Posted: Sunday July 24, 2005 4:25PM; Updated: Sunday July 24, 2005 4:25PM
AUSTIN, Texas (AP) -- For seven years, each July brought a distinct shade of yellow to Lance Armstrong's adopted hometown, from the "Go Lance" banners that hung from downtown balconies to the thousands of bright T-shirts that commemorated his Tour de France victories.
On Sunday, Armstrong's fan packed watch parties to see him ride into retirement with his seventh consecutive Tour win, and to bid him a grateful adieu.
"We're going to miss watching him," said Nesi Lillard, 31, one of several hundred who gathered at Central Market cafe to catch the live broadcast of the race's final day in Paris. "We're certainly proud to claim him."
Armstrong has no stronger fan base than in the capital of Texas, where locals can sometimes spot him eating in restaurants or on training rides in the hills west of town.
He was here in 1996, when he announced his diagnosis of testicular cancer that had spread to the lungs and brain. The Lance Armstrong Foundation for cancer research and survivorship programs is based in the city.
There was little drama to Sunday's final stage. Armstrong started the day with a lead of more than four minutes. And he was declared the winner before the final stage had finished, when race officials took the riders off the clock because of rainy conditions.
The Central Market crowd gave a collective gasp when Armstrong barely avoided an early crash, but breathed easier when cameras showed him pedaling safely away.
"It would have been a real bummer if he'd have been messed up," said Mark Selover, 42, who was wearing a T-shirt commemorating Armstrong's 2001 tour victory, his third.
"It's really great he's going out on top," Selover said. "It's kind of sad this will be the last time we get to watch him. I wish I was there right now."
During the race, fans signed a huge yellow "Thank You" card sponsored by the Outdoor Life Network, which has broadcast each stage of the race. Standing 7 feet tall, the card was jammed with notes of appreciation after stops in New York, Philadelphia, Chicago, and Los Angeles.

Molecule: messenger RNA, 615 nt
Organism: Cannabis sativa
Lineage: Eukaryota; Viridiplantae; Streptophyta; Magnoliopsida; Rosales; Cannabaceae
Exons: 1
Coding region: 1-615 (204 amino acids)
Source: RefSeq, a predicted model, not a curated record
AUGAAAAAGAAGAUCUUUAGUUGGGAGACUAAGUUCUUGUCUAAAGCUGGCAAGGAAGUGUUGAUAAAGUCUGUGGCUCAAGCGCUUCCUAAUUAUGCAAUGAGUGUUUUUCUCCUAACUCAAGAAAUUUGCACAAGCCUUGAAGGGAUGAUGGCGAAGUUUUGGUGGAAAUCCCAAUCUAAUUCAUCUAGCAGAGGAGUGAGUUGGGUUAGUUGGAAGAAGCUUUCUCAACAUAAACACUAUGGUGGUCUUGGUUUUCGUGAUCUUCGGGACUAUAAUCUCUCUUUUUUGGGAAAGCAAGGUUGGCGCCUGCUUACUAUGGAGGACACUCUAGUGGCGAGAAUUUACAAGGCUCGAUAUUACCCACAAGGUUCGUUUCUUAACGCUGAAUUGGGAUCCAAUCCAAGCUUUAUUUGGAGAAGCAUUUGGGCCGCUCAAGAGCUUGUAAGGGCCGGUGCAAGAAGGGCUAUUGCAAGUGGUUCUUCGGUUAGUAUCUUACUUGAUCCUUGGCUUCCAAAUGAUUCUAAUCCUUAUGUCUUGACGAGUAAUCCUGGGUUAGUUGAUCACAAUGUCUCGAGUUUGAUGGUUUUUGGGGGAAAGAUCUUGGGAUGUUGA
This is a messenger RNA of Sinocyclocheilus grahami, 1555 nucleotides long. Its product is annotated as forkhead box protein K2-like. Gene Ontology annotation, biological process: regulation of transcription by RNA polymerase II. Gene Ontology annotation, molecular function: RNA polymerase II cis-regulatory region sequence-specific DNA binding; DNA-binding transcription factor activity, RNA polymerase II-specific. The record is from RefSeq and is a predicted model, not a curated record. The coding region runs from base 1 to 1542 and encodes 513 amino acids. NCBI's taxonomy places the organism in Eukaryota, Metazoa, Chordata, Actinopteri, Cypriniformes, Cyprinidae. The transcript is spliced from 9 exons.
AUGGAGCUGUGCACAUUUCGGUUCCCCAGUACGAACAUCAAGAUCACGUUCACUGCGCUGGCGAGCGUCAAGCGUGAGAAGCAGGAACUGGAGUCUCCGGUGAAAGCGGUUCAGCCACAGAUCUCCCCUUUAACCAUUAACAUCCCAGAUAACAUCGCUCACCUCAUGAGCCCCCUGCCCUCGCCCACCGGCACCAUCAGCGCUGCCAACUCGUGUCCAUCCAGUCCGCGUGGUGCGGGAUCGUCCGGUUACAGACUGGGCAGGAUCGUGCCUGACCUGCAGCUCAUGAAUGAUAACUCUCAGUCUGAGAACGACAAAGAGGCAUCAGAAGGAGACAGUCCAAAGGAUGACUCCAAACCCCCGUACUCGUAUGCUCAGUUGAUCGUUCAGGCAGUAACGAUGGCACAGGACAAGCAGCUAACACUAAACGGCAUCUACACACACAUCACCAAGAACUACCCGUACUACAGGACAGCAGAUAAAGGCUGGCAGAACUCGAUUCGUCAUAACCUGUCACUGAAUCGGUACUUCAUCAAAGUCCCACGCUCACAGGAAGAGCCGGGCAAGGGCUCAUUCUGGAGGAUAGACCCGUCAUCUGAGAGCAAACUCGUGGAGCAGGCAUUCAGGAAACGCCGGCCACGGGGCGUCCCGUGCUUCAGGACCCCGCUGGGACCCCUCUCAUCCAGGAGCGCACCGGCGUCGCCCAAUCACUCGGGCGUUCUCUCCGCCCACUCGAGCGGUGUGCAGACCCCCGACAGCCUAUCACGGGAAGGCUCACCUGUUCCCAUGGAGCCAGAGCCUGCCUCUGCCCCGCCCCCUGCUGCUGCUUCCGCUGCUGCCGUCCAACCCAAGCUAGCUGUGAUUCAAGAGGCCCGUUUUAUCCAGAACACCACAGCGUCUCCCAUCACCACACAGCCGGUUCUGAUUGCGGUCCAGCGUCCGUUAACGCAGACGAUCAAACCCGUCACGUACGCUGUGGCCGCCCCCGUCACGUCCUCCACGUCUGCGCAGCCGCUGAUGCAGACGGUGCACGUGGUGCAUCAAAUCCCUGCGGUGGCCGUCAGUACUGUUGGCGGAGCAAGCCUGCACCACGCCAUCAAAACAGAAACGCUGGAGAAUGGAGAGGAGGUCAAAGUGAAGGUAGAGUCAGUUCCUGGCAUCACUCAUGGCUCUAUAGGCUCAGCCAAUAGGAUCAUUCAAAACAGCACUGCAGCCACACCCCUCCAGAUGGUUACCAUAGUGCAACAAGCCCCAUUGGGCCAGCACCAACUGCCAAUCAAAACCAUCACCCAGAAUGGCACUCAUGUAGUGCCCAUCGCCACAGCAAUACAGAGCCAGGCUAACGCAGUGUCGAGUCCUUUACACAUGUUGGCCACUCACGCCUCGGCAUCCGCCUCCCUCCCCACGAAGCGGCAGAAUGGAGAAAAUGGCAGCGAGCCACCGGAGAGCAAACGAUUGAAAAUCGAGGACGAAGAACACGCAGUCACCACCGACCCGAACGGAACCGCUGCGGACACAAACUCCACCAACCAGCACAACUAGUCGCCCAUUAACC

Most of the notes congratulated Armstrong on his career, while others thanked him for being an inspiration to cancer survivors.
"I kicked cancer's butt, too," one note read.
A woman named Jenny in Philadelphia wrote "I love you" and put her phone number in three places.
"In a way, it's a little bittersweet that he's retiring," Pamela Willet, 40, said after she signed the card. "But I can't imagine what would give him the drive to go for it an eighth time."
While the crowd cheered every shot of Armstrong pedaling through Paris, the race also had a frustrating finish for fans when the broadcast signal was lost in the final minute. Instead of seeing him cross the finish line, the screen went blank until Armstrong was already finished, drawing a huge groan from the fans.
The mishap didn't spoil the day for Kristen Doyle, 33, who is still recovering from treatment for an aggressive form of leukemia, including a bone marrow transplant in April.
"It's kind of like he never finished," Doyle said. "If you can't see him finish, maybe he's not done."
But Armstrong is finished as a competitive rider, making Sunday an emotional day for cancer survivors, who like Doyle, have been inspired by his story.
Doyle, who wore a white LiveStrong T-shirt, said she's used Armstrong's example to explain to her 6-year-old son Cason that she can lick cancer, too.
"That really helped. Every night we talk about Lance and how's he doing," she said. "I'm a little sad we won't get to do this next year."
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